During summers as a young teen, I unloaded books from a semi truck for no pay. It was a normal day for the daughter of a pastor. Growing up as a PK (pastor’s kid) involved sorting Christmas toys, delivering toys, and other activities that I usually grumbled about doing. For me, community service wasn’t a high school requirement, it was a life requirement. As a grouchy teen, I didn’t appreciate what my parents were doing. Now, my perspective has totally changed.
Community service has given me an education in what living in a community means. Being in a community means we are all on the same team. Our kids all like to play. We all desire the best for our children. We all live in a world where promotions and lay offs are quite common. A natural disaster or family illness may take everything away from us. A raise may give us more than we ever dreamed. Today, I might have the resources to help others. Tomorrow, I might need those resources from others. Even though life hands us different things, we are all in a community together. Community service brings us out of our lives into the lives of others. We see how others live. We see how others struggle. We see how we all have so much in common. We see how we can help others around us and how they can help us.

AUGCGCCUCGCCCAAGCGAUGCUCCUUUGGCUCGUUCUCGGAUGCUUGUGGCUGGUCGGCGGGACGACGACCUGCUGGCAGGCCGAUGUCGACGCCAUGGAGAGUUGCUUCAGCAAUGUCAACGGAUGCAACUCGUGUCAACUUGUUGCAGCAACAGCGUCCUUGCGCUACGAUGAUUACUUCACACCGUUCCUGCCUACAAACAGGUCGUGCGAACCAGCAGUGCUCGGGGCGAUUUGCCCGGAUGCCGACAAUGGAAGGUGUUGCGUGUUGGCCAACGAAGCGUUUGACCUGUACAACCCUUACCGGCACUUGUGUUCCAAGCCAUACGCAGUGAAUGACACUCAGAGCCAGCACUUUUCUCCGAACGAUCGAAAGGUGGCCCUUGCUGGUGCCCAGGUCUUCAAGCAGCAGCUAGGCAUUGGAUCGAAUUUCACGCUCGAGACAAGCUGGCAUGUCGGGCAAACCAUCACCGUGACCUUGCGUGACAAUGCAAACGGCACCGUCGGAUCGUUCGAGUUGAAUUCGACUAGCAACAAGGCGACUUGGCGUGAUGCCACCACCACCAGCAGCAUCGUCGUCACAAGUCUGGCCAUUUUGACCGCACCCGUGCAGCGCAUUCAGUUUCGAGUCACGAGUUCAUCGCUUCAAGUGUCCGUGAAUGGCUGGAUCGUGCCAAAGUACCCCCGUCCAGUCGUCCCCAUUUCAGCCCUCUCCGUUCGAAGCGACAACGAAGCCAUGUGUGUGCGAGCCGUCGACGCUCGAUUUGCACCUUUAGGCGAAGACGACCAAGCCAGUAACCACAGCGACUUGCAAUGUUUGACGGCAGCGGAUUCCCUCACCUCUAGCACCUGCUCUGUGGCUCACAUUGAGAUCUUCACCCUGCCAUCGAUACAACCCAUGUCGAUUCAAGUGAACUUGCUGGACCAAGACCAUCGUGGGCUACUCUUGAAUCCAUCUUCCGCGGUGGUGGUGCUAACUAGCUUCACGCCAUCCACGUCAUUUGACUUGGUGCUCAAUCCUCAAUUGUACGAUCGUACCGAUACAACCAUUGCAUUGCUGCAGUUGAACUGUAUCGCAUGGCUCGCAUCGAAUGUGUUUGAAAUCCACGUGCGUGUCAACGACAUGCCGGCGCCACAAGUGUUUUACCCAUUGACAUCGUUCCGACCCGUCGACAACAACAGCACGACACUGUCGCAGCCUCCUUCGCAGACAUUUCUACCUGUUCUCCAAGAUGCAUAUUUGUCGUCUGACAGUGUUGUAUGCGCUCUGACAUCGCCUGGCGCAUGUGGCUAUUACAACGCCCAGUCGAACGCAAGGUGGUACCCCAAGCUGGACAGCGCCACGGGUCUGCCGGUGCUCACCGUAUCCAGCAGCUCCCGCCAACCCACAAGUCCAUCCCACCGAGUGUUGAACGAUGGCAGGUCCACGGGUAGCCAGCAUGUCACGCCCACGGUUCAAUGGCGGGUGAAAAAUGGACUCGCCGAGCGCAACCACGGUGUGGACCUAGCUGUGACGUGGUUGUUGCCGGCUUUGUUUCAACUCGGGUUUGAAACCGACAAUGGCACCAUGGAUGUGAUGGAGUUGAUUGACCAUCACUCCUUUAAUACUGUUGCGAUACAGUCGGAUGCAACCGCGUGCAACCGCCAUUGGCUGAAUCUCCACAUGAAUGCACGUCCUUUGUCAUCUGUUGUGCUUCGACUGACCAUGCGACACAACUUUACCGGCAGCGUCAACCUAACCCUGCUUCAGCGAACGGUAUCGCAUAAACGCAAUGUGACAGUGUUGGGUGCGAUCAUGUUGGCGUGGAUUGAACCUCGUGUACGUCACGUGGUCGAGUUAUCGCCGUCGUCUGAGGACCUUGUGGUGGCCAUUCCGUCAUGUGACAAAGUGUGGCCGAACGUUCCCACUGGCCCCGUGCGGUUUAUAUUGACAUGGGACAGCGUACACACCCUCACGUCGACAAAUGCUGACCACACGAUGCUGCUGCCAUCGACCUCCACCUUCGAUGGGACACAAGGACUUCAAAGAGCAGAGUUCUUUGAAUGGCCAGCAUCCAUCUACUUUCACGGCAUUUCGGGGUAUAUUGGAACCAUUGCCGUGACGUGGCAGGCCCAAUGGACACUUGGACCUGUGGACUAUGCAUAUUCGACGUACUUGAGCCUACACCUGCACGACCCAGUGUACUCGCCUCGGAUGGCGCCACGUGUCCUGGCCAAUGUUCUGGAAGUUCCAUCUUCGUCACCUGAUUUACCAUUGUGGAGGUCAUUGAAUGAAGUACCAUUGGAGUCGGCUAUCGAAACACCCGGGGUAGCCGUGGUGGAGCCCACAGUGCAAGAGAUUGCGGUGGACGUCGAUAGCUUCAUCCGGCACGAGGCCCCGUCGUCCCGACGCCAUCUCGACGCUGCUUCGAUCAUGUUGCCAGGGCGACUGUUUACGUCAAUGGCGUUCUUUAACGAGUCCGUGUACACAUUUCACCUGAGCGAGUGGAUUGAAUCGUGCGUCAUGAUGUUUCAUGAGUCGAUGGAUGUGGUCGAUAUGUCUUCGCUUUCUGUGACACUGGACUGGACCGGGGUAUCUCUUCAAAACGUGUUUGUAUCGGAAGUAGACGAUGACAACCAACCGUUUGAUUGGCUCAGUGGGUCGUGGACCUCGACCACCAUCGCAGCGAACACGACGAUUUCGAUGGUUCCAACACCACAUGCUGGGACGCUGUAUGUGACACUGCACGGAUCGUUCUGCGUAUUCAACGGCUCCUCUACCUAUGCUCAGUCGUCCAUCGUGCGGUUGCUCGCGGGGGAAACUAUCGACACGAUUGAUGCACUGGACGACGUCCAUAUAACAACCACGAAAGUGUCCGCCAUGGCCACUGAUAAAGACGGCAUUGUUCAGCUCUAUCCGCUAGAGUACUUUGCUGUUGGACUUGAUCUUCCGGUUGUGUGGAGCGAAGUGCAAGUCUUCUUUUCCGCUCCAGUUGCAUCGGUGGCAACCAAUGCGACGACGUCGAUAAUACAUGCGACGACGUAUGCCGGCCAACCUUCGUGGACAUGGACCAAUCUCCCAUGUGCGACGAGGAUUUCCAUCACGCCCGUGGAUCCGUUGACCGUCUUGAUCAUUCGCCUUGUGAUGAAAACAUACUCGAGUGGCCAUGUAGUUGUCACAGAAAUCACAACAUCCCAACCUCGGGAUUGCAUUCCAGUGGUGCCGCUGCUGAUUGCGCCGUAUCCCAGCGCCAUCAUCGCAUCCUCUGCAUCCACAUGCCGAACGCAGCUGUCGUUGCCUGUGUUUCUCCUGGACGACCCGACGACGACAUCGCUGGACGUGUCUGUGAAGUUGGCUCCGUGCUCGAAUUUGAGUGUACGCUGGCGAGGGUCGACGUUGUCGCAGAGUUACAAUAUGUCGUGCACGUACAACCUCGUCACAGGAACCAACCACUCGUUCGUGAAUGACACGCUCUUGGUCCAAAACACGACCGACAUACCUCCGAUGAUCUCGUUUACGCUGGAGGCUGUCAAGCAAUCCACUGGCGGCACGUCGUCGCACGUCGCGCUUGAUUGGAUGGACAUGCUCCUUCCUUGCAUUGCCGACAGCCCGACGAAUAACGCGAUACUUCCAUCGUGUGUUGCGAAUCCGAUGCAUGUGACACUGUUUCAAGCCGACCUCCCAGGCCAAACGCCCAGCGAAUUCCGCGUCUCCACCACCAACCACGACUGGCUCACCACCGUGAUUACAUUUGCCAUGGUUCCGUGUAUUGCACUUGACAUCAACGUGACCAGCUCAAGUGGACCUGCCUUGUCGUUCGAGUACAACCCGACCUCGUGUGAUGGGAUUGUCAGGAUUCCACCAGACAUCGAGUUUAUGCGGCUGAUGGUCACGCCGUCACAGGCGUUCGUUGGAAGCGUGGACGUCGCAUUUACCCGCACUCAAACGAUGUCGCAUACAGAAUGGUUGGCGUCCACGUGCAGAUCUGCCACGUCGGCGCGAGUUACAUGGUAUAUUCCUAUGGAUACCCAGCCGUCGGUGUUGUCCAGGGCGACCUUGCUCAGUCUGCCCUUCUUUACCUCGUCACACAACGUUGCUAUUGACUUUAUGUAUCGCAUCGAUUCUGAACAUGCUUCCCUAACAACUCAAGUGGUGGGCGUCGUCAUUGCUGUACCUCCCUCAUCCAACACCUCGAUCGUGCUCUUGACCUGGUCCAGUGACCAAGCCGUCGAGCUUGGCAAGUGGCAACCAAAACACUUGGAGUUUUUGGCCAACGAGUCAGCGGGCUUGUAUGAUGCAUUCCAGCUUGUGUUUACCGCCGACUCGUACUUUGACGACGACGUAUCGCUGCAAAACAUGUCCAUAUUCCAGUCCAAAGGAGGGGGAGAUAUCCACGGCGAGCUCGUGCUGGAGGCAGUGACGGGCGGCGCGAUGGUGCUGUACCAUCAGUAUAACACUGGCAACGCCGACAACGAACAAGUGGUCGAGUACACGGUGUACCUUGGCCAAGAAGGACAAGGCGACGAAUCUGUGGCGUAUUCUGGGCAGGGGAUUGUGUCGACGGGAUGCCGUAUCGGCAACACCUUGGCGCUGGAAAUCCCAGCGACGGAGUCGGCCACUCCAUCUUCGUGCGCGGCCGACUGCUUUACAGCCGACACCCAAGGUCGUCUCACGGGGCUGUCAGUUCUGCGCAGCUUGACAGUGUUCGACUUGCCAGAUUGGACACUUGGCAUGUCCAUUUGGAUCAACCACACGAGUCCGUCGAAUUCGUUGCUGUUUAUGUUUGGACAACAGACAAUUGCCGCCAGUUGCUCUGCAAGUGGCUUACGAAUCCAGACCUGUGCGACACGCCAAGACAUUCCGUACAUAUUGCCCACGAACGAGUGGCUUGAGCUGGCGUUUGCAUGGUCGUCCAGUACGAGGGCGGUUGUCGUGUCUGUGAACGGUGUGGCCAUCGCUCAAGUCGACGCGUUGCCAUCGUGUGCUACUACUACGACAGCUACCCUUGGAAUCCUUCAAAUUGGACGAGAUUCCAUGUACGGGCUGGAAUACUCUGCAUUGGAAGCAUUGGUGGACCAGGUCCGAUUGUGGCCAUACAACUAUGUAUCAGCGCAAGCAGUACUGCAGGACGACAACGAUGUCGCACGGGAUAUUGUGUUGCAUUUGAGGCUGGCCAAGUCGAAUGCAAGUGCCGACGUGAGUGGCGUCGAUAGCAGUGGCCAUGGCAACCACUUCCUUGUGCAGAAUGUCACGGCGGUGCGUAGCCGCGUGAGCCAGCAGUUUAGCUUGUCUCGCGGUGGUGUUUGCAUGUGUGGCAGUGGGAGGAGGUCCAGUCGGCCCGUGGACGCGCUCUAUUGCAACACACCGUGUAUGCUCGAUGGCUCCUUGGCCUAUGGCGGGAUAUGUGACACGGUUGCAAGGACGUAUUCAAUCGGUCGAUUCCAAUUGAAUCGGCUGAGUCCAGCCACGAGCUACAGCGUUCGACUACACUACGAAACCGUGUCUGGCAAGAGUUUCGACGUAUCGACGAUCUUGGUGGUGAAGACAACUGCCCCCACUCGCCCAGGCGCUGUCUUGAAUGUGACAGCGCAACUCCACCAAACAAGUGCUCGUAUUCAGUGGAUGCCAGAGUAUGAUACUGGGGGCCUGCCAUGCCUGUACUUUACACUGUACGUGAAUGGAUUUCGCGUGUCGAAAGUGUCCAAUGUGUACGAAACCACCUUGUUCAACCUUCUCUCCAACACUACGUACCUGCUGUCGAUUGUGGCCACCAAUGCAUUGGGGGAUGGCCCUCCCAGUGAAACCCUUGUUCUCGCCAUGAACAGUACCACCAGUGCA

We were blessed this summer to volunteer at Lake Cares Food Pantry in Mt. Dora. My boys and I packed and distributed food for the food pantry’s summer Kid’s Pack program. I was proud of my boys as they willingly helped others and as they learned what living in a community means. For me, community service isn’t a requirement they must fulfill in high school. For me, community service is a requirement for life.
For more information about Lake Care Food Pantry visit them online: http://www.lakecares.org.